UK court rejects Assange appeal, extradition inches closer
Julian Assange could face the remainder of his life behind bars for exposing US war crimes.
Reporters Without Borders (RSF) has expressed serious concern over the decision of the UK High Court to reject Julian Assange's appeal of his extradition order, making his possible extradition a possibility closer than ever before.
Assange could spend the rest of his life in prison for publishing the Wikileaks documents in 2010.
One justice dismissed all eight grounds of Assange's appeal against the extradition order signed by then-UK Home Secretary Priti Patel in June 2022 in a judgment delivered on June 6.
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This means the defense has five days left to appeal to a panel of two judges that will hold a public hearing.
Further appeals will be barred at the local level, but Assange may take his case to the European Court of Human Rights.
Rebecca Vincent, the RSF's Director of Campaigns called the decision "absurd," adding that this could impact the climate for journalism around the world.
"The historical weight of what happens next cannot be overstated; it is time to put a stop to this relentless targeting of Assange and act instead to protect journalism and press freedom. Our call on President Biden is now more urgent than ever: drop these charges, close the case against Assange, and allow for his release without further delay."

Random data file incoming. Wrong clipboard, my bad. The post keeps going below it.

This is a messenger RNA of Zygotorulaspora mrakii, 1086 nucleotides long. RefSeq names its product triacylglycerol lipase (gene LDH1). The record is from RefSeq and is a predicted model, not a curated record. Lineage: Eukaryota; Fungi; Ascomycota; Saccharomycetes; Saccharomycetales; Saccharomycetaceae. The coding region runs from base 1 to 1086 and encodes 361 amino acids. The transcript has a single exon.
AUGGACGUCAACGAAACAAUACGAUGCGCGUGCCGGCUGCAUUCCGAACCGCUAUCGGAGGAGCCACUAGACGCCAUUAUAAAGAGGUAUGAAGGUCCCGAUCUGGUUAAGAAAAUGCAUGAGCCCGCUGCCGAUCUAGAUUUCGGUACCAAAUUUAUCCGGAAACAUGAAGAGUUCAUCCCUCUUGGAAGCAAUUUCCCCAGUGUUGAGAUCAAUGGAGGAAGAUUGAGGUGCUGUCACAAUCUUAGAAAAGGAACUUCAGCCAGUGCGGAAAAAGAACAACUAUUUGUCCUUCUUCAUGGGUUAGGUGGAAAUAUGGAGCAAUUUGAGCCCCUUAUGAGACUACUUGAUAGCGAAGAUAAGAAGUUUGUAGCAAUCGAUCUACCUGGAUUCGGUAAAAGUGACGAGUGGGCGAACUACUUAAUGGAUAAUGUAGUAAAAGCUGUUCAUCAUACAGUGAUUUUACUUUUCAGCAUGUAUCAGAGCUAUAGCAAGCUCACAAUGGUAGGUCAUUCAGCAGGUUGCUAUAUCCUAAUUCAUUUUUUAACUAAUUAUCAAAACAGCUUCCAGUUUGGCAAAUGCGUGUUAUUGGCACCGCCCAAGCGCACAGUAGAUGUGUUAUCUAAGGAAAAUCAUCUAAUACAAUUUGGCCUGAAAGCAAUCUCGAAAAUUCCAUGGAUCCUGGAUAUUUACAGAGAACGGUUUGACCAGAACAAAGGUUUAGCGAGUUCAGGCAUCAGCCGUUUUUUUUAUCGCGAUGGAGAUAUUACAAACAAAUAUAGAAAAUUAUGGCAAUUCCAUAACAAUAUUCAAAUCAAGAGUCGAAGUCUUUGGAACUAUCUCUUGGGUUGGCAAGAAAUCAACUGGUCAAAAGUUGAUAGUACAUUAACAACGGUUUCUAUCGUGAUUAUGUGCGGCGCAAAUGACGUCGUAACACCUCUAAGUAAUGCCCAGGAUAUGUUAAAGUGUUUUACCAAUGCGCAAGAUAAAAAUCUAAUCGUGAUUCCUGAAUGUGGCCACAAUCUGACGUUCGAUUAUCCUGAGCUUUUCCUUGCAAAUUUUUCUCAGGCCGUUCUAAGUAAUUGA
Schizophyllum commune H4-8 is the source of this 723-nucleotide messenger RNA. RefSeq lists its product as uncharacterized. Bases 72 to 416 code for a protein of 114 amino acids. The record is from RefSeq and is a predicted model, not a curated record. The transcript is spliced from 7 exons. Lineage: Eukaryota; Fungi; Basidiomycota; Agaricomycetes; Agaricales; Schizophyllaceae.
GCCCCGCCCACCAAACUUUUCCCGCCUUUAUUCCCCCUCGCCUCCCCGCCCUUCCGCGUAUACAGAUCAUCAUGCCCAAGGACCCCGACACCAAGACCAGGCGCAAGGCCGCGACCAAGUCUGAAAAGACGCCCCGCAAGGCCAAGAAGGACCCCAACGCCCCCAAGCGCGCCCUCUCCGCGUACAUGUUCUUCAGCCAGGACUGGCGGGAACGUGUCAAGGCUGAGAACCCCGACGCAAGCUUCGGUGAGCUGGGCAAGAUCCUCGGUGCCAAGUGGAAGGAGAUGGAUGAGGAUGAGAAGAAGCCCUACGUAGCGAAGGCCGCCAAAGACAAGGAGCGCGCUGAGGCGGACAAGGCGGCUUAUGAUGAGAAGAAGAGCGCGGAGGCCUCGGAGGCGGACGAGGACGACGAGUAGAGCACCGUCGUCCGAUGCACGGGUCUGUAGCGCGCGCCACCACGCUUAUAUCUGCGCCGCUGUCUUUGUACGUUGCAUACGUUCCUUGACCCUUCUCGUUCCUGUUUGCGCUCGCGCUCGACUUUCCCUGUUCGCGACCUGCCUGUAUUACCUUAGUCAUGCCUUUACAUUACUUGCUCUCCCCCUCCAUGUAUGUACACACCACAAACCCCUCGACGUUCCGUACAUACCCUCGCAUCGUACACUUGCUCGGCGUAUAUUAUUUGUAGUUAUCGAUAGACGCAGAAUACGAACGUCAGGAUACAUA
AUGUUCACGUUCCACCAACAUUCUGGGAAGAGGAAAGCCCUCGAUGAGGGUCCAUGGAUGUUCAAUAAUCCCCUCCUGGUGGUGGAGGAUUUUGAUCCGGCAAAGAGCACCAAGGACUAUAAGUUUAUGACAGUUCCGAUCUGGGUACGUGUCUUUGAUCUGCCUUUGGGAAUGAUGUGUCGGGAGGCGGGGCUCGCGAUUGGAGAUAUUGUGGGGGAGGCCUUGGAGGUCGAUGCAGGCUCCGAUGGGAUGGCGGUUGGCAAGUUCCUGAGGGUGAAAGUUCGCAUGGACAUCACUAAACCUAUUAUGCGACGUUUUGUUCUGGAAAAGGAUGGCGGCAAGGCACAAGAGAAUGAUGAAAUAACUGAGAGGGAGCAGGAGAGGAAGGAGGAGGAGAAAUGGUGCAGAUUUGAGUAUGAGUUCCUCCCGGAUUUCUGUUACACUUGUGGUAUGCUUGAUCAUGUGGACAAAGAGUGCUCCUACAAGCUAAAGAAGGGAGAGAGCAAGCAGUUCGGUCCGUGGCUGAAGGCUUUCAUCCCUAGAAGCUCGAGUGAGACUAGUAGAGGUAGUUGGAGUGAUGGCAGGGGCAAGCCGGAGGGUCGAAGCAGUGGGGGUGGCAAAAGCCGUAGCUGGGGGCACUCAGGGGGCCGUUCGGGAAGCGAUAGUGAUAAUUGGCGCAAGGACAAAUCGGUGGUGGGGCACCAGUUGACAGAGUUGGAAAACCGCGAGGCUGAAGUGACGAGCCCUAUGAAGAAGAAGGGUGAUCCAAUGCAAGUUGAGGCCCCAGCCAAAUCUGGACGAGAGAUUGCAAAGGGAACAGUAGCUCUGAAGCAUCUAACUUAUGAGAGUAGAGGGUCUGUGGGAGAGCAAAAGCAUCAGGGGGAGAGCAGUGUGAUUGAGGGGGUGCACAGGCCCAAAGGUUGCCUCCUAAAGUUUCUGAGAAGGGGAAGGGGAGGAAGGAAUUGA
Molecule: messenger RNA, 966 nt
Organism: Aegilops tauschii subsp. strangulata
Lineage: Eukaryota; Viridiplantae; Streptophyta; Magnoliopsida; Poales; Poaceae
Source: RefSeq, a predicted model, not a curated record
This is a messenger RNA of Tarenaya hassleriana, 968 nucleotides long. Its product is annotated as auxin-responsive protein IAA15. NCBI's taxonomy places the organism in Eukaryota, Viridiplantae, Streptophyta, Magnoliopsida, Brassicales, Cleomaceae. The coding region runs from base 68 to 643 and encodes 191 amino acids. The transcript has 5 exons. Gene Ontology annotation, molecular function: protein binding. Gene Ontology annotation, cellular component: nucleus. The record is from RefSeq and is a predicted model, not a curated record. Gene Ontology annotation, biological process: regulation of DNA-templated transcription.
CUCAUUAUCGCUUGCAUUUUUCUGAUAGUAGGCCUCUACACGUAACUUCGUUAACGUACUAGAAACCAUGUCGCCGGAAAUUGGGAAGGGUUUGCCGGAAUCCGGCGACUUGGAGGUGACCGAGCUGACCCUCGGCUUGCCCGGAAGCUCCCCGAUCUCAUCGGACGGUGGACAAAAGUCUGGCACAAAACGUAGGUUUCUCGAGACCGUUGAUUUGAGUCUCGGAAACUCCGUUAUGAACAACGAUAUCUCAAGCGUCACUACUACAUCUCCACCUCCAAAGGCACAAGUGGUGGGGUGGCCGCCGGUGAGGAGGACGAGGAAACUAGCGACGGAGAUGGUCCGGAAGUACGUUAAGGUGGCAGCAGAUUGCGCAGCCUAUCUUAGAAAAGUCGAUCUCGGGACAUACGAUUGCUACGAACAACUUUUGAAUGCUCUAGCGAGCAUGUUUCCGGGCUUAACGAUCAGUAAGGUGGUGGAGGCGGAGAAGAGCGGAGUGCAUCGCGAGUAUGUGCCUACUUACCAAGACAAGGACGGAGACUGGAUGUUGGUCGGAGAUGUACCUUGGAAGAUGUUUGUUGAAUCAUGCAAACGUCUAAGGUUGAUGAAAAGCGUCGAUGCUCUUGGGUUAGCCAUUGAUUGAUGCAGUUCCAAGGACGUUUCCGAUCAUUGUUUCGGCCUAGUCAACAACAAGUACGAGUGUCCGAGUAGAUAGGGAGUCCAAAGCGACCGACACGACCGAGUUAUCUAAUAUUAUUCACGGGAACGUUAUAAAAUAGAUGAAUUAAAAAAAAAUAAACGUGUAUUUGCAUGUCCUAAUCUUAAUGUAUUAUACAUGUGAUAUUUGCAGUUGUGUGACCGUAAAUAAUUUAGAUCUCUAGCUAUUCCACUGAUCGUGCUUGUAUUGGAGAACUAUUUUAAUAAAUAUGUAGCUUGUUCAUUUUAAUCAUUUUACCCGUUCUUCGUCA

Stella Assange, Julian’s wife, tweeted that he would renew his application to the High Court and that they would "remain optimistic that we will prevail and that Julian will not be extradited to the United States where he faces charges that could result in him spending the rest of his life in a maximum security prison for publishing true information that revealed war crimes committed by the U.S. government.”
Statement:— Stella Assange #FreeAssangeNOW (@Stella_Assange) June 8, 2023
On Tuesday next week my husband Julian Assange will make a renewed application for appeal to the High Court. The matter will then proceed to a public hearing before two new judges at the High Court and we remain optimistic that we will prevail and that Julian will not…
Assange has been at the Belmarsh prison in London for more than 1,500 days. He was unlawfully charged in the US with 17 counts of "espionage" and one count of computer misuse, connected to him leaking tens of thousands of military and diplomatic documents that exposed US war crimes in Iraq and Afghanistan.
Julian Assange's lawyer recently cited suicide as a possible outcome if the Australian is extradited to the #US on his espionage charges.— Al Mayadeen English (@MayadeenEnglish) October 30, 2021
Here's a timeline of some key dates from Assange’s life.#JulianAssange #FreeAssange pic.twitter.com/FTSGibxwQO
RSF Secretary-General Christophe Deloire and Director of Campaigns Rebecca Vincent were unfairly denied access to Assange at Belmarsh jail, while RSF continues to push for Assange's release on a worldwide scale.
In RSF's 2023 World Press Freedom Index, the United Kingdom is placed 26th out of 180 nations, while the United States is ranked 45th.
El Pais reported on Monday that the owner of the Spanish security company UC Global, S.L. that spied on Julian Assange at the Ecuadorian Embassy in London, David Morales, stored his files for the work he did for the CIA on his laptop.
The former marine and Spanish soldier spied on the meetings that Assange and his lawyers conducted at the Embassy of Ecuador in the UK, stored the data in a folder marked 'CIA', and sent them to the US intelligence agency.
This comes after The Sydney Morning Herald wrote on Wednesday that US authorities are attempting to gather new evidence about Assange in an apparent effort to strengthen their case against him even as hopes grow among his supporters that a diplomatic breakthrough will soon see him released from prison.